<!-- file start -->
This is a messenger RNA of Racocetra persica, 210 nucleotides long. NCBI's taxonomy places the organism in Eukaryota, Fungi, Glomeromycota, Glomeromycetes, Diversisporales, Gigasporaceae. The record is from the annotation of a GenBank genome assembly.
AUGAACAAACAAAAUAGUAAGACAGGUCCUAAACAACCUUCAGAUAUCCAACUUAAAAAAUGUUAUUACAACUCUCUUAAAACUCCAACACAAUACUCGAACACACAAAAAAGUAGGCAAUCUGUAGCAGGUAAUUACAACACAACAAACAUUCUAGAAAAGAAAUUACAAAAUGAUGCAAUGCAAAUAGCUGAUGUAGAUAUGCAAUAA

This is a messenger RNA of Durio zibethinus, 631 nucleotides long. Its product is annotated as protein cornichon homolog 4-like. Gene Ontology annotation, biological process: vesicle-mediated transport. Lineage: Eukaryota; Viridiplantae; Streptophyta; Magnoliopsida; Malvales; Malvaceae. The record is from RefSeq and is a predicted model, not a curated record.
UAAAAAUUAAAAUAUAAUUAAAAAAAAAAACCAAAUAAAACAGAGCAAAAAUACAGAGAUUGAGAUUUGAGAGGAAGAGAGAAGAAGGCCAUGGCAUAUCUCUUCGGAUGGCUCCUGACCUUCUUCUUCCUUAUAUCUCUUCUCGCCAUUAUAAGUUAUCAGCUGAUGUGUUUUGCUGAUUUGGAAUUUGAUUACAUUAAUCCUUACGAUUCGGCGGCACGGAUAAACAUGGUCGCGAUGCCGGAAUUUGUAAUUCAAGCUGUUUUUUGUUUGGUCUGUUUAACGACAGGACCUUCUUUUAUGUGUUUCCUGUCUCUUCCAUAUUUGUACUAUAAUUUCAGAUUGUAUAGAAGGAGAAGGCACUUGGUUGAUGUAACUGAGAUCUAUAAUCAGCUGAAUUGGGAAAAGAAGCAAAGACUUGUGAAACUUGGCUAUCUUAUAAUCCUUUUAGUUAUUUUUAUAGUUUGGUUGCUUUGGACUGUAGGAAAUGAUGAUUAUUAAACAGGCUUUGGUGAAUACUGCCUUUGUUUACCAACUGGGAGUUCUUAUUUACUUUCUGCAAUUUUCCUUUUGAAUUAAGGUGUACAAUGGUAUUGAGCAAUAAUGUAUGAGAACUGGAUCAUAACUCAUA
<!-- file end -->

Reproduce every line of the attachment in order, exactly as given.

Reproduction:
This is a messenger RNA of Racocetra persica, 210 nucleotides long. NCBI's taxonomy places the organism in Eukaryota, Fungi, Glomeromycota, Glomeromycetes, Diversisporales, Gigasporaceae. The record is from the annotation of a GenBank genome assembly.
AUGAACAAACAAAAUAGUAAGACAGGUCCUAAACAACCUUCAGAUAUCCAACUUAAAAAAUGUUAUUACAACUCUCUUAAAACUCCAACACAAUACUCGAACACACAAAAAAGUAGGCAAUCUGUAGCAGGUAAUUACAACACAACAAACAUUCUAGAAAAGAAAUUACAAAAUGAUGCAAUGCAAAUAGCUGAUGUAGAUAUGCAAUAA

This is a messenger RNA of Durio zibethinus, 631 nucleotides long. Its product is annotated as protein cornichon homolog 4-like. Gene Ontology annotation, biological process: vesicle-mediated transport. Lineage: Eukaryota; Viridiplantae; Streptophyta; Magnoliopsida; Malvales; Malvaceae. The record is from RefSeq and is a predicted model, not a curated record.
UAAAAAUUAAAAUAUAAUUAAAAAAAAAAACCAAAUAAAACAGAGCAAAAAUACAGAGAUUGAGAUUUGAGAGGAAGAGAGAAGAAGGCCAUGGCAUAUCUCUUCGGAUGGCUCCUGACCUUCUUCUUCCUUAUAUCUCUUCUCGCCAUUAUAAGUUAUCAGCUGAUGUGUUUUGCUGAUUUGGAAUUUGAUUACAUUAAUCCUUACGAUUCGGCGGCACGGAUAAACAUGGUCGCGAUGCCGGAAUUUGUAAUUCAAGCUGUUUUUUGUUUGGUCUGUUUAACGACAGGACCUUCUUUUAUGUGUUUCCUGUCUCUUCCAUAUUUGUACUAUAAUUUCAGAUUGUAUAGAAGGAGAAGGCACUUGGUUGAUGUAACUGAGAUCUAUAAUCAGCUGAAUUGGGAAAAGAAGCAAAGACUUGUGAAACUUGGCUAUCUUAUAAUCCUUUUAGUUAUUUUUAUAGUUUGGUUGCUUUGGACUGUAGGAAAUGAUGAUUAUUAAACAGGCUUUGGUGAAUACUGCCUUUGUUUACCAACUGGGAGUUCUUAUUUACUUUCUGCAAUUUUCCUUUUGAAUUAAGGUGUACAAUGGUAUUGAGCAAUAAUGUAUGAGAACUGGAUCAUAACUCAUA